|dc.description.abstract||Since the inception of the fragile nation-state in 1943, Lebanon has been faced with the constantly unstable predicament of being torn between Middle Eastern and Western orbits. After examining Lebanon's pre-war consociational democracy as well as the factors behind its collapse in 1975, Tamirace Fakhoury Mühlbacher analyses the post-war order (1990 - 2006) by shedding light on both interrelated phenomena: communal power-sharing in a turbulent environment and Lebanon's "hybrid democratisation" between Syrian tutelage and the impulses for more liberalisation against the backdrop of exogenous and endogenous factors. The author analyses in detail Lebanon's uncertain 2005 system transition, the so-called 'Beirut Spring', and its aftermath. In a critical perspective, she highlights fundamental communal and political dynamics that result from the collision of internal and external conflict lines on Lebanese ground, and how the former have impeded balanced power-sharing and democratisati16on in the small Arab Republic.This book is essential reading for researchers and students from the social sciences, in particular sociology and political science.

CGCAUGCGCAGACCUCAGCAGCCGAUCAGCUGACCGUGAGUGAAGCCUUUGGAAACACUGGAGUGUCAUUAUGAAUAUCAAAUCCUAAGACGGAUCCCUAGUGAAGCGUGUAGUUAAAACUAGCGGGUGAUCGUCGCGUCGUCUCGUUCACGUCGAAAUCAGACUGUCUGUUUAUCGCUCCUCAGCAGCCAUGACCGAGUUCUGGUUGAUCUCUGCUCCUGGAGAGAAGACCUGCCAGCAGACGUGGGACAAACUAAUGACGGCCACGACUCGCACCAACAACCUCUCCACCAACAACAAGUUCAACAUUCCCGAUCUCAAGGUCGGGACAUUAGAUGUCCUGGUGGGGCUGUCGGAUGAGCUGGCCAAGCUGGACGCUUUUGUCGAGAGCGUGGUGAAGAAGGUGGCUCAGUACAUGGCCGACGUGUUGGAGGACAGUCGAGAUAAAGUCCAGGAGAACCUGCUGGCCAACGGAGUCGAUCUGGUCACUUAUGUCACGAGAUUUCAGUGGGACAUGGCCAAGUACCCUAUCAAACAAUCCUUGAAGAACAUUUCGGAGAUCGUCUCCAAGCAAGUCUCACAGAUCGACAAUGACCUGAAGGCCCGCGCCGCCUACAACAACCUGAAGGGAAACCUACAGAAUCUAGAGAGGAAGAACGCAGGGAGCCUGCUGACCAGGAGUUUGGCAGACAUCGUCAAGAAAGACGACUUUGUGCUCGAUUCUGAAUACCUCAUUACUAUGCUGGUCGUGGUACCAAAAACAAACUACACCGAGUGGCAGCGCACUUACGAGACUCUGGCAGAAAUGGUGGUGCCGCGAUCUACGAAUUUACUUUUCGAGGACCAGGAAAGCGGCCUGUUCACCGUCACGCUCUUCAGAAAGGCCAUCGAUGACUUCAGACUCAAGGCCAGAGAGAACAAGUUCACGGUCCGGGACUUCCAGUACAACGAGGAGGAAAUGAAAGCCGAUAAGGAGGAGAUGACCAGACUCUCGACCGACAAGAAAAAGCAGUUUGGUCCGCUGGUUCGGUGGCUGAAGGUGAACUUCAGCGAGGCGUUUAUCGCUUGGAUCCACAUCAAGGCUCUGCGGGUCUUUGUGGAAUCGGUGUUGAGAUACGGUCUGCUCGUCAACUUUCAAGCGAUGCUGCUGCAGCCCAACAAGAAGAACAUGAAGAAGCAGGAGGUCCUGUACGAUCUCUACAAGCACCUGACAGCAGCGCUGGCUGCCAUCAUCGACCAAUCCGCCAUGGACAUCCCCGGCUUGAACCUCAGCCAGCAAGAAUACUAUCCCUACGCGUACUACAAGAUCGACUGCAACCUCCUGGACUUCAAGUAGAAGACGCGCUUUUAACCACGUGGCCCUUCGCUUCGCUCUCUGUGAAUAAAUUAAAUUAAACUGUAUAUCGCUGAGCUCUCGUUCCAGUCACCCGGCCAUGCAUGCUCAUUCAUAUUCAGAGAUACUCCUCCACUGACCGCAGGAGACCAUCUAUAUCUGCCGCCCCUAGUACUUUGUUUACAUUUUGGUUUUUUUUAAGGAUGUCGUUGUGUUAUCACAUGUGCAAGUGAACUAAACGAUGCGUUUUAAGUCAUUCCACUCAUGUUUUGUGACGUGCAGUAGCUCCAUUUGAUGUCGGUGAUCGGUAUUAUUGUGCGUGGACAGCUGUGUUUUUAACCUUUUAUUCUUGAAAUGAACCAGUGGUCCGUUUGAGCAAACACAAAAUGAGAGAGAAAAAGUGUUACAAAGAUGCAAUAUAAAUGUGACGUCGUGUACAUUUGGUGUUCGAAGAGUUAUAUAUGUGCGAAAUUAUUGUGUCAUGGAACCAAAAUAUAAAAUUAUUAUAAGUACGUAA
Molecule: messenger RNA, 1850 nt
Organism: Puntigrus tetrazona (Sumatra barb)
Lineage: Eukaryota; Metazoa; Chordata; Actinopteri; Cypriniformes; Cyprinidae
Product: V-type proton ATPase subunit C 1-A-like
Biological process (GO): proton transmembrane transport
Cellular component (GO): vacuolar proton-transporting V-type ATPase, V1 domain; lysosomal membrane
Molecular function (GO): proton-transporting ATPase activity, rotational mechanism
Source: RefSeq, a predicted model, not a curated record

From the contents:Review and critique of the literature on consociational democracy - pre-war Lebanon: a dance into the abyss of consociationalism - post-war Lebanon: the lost republic's peregrinations - post-war Lebanon's long and perilous road - what about post-war consociationalism - crafting a consociationalism democracy: the limits of the self-negating prophecy.||en